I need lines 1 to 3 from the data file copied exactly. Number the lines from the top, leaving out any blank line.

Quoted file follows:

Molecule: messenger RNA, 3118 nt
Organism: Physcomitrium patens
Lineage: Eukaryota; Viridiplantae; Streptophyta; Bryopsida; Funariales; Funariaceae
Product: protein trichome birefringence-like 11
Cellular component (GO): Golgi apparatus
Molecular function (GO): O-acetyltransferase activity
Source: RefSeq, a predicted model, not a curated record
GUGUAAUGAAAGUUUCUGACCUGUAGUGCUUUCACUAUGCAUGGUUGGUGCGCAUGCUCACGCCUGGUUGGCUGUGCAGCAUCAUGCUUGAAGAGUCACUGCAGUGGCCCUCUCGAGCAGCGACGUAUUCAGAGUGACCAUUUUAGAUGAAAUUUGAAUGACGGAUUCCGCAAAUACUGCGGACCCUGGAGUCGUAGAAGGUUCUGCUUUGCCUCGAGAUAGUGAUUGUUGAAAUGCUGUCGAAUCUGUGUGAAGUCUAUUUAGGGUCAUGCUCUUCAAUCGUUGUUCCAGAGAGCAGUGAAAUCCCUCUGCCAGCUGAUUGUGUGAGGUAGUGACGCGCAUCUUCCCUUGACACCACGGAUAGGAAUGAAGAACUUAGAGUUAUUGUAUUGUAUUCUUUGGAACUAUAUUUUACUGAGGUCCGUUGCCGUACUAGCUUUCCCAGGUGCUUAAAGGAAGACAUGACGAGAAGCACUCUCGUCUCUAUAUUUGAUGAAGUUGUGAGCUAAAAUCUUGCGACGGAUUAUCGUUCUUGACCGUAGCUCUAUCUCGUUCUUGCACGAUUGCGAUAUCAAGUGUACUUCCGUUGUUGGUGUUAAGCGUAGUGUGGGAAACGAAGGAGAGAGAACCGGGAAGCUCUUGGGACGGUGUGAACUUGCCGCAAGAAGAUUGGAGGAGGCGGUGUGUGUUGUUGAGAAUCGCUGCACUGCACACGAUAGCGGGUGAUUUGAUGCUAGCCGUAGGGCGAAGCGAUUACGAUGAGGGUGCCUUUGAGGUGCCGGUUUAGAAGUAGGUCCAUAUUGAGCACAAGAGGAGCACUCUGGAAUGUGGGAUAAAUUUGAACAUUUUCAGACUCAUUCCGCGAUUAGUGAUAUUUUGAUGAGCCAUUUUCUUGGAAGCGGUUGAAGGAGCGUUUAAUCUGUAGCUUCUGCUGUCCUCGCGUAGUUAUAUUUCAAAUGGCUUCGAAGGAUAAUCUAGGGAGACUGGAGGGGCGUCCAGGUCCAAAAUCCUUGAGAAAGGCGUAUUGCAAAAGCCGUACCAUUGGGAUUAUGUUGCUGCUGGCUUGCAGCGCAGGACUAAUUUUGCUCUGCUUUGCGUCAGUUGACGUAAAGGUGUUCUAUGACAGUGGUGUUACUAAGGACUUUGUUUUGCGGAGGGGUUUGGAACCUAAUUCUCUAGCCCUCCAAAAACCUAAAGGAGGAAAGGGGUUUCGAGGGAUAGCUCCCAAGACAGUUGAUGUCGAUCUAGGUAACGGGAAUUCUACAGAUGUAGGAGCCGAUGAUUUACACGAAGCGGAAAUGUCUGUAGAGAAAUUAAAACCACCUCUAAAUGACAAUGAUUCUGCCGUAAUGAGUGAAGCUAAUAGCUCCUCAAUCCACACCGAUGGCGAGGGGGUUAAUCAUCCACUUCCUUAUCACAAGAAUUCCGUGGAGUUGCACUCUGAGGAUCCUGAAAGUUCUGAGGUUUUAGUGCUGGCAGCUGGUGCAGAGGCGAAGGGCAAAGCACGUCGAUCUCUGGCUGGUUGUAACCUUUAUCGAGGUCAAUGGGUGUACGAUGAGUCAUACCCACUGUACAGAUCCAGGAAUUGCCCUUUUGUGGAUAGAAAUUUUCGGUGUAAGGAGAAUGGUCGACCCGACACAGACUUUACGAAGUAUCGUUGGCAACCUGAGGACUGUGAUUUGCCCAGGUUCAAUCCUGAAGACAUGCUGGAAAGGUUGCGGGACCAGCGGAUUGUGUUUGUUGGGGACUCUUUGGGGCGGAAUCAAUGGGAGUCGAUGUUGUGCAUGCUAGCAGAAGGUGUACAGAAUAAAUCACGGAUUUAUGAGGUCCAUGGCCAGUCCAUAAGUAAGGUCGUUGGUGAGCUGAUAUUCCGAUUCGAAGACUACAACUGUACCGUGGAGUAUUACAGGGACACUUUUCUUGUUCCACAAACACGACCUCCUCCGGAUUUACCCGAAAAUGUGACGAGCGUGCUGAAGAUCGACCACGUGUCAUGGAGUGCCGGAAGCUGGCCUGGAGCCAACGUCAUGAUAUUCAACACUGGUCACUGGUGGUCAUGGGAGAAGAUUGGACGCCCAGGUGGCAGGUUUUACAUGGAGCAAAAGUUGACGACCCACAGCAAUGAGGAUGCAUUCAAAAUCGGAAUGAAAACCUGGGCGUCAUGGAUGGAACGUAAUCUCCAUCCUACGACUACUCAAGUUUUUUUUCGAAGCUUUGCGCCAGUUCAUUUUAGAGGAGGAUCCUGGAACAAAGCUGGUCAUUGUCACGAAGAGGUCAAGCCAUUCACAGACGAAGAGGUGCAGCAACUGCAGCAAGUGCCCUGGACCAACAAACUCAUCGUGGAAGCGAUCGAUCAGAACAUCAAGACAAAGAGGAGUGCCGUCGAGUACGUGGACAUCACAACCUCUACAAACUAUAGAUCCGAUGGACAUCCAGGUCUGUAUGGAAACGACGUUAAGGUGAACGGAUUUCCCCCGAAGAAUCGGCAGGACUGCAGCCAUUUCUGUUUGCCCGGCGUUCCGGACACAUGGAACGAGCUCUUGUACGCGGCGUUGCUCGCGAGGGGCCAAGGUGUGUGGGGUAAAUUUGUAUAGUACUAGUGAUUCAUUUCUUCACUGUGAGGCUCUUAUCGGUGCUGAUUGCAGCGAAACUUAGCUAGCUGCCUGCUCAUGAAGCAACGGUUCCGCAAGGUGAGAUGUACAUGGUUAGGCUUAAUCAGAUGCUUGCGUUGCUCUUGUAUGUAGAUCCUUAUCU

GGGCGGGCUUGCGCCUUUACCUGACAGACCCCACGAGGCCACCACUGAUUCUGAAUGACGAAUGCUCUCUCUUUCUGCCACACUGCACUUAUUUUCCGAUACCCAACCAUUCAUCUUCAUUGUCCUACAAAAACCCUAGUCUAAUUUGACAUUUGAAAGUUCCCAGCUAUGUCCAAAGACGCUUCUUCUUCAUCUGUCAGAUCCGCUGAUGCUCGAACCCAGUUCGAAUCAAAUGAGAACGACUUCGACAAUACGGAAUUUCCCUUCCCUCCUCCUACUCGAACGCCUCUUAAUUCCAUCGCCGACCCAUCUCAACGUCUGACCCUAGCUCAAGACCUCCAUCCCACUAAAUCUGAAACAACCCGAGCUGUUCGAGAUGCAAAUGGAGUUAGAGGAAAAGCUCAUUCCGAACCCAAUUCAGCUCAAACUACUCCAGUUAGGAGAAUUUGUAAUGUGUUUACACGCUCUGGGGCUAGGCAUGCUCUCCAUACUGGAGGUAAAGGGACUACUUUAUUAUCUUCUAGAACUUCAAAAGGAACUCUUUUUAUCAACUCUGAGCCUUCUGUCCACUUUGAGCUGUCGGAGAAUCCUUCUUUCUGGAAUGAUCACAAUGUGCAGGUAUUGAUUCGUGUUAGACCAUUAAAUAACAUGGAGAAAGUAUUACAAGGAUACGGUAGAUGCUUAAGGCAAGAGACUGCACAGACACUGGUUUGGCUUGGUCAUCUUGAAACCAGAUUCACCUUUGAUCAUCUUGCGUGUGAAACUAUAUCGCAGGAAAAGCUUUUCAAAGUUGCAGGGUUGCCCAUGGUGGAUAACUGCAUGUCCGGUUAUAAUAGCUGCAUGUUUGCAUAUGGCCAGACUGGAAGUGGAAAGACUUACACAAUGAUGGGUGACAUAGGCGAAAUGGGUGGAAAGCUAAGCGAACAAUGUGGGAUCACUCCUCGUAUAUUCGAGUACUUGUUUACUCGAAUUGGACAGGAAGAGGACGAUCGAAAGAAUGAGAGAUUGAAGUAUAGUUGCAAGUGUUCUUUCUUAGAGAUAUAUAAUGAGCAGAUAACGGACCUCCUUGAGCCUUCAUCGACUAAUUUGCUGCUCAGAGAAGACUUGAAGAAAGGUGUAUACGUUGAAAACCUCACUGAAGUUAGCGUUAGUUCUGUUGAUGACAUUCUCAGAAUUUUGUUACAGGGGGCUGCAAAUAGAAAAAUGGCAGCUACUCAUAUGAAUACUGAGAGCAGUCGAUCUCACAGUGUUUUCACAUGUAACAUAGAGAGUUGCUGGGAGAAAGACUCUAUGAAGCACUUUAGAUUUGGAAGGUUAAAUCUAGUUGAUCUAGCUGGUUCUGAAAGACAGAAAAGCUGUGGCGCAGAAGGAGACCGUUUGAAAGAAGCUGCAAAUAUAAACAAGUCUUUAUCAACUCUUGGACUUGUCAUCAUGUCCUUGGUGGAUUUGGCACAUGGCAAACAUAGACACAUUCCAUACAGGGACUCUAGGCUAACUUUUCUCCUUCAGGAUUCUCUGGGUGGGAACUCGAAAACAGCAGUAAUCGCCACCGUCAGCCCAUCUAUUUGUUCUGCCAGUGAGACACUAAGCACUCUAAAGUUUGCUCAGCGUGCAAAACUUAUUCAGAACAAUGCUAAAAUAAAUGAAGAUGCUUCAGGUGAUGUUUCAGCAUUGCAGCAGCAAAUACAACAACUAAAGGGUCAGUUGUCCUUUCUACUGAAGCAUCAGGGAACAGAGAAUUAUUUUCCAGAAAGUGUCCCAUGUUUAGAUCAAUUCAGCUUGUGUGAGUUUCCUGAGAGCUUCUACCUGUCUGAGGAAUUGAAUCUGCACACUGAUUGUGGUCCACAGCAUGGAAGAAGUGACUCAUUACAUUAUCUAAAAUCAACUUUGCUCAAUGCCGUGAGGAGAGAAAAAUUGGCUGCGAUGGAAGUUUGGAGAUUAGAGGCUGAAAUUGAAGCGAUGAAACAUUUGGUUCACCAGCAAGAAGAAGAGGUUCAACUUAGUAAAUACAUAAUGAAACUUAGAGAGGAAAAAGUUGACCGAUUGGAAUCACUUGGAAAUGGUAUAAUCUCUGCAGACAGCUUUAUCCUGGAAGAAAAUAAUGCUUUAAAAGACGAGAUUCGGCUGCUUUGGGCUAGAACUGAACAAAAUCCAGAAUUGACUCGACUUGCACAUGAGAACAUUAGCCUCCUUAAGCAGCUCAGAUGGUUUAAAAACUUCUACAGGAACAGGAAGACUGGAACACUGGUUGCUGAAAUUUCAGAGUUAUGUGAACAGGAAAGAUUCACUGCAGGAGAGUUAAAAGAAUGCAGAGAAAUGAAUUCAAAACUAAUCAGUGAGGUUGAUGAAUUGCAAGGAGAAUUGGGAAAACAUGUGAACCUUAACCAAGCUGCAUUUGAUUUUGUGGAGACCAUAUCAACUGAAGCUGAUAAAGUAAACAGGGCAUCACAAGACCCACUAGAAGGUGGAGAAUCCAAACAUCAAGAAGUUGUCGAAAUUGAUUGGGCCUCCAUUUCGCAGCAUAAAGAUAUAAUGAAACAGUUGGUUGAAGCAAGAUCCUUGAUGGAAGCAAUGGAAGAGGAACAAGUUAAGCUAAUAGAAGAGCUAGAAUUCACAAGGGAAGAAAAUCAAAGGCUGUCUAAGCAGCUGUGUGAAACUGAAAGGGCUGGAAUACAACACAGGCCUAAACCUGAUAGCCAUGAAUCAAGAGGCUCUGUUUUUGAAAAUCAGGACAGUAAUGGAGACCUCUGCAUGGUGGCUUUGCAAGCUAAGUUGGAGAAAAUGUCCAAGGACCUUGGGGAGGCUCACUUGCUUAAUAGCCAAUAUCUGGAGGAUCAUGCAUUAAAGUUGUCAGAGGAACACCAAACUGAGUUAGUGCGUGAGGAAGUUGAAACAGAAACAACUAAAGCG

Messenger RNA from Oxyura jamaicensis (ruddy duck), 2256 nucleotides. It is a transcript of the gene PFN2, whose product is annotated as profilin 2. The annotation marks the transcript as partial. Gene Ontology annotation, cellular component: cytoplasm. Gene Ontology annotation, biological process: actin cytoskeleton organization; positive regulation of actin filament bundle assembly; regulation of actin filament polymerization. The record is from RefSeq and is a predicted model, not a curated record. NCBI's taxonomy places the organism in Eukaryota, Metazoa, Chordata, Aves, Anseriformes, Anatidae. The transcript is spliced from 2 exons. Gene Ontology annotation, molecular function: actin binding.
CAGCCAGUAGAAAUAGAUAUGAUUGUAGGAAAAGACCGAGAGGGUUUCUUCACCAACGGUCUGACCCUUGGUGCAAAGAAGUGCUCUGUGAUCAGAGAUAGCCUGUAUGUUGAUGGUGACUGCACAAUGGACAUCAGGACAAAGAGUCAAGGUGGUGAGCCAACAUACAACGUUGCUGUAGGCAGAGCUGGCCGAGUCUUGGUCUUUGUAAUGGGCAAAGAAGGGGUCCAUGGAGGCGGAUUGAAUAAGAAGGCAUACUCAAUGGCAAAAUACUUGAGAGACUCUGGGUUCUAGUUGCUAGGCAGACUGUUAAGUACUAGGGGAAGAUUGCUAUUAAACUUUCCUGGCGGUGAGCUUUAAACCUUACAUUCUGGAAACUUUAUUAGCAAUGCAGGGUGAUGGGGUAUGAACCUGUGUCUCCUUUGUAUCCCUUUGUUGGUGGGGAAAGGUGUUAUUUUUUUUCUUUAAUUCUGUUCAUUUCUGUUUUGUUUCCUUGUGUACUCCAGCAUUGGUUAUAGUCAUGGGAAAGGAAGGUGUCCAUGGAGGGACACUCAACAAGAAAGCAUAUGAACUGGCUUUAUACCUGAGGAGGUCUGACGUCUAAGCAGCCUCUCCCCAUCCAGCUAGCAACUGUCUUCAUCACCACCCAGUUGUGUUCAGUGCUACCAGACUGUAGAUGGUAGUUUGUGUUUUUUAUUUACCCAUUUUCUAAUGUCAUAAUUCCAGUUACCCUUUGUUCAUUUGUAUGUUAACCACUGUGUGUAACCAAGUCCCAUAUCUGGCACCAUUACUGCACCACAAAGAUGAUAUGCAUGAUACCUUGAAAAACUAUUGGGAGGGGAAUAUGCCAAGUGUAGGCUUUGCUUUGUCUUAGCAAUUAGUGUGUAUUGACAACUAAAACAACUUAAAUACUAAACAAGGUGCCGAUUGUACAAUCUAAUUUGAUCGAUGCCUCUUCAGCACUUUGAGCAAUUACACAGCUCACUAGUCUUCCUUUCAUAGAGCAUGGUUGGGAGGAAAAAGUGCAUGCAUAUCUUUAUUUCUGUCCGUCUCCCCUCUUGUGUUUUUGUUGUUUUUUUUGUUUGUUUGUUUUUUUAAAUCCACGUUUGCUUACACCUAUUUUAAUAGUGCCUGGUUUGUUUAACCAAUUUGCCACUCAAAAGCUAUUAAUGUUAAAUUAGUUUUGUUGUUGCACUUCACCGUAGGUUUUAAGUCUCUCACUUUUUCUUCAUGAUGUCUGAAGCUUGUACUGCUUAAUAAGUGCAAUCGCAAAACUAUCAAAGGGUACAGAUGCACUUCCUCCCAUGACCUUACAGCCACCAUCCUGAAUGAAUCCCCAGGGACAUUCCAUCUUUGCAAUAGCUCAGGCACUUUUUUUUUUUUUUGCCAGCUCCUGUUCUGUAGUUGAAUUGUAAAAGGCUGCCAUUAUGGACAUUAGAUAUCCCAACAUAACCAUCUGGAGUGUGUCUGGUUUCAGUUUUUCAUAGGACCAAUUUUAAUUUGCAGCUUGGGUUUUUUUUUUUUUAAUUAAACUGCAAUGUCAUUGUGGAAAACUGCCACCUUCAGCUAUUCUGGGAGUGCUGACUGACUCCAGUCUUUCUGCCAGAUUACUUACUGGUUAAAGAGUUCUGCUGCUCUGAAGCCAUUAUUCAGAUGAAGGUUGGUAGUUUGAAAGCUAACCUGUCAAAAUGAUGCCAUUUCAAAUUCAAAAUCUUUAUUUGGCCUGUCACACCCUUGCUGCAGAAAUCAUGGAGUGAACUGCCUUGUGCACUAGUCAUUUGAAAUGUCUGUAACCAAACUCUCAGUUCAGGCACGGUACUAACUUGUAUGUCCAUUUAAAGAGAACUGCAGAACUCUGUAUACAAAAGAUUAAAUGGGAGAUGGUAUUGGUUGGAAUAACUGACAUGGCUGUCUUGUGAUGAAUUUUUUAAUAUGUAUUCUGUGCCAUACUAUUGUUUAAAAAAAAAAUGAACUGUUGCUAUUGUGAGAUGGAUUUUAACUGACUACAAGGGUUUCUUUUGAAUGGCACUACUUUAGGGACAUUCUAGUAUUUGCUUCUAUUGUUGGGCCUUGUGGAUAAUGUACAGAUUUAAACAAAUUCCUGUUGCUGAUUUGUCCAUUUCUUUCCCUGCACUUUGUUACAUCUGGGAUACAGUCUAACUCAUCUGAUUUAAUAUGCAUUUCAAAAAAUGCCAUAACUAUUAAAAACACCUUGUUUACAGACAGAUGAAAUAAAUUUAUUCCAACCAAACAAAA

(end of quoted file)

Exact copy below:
Molecule: messenger RNA, 3118 nt
Organism: Physcomitrium patens
Lineage: Eukaryota; Viridiplantae; Streptophyta; Bryopsida; Funariales; Funariaceae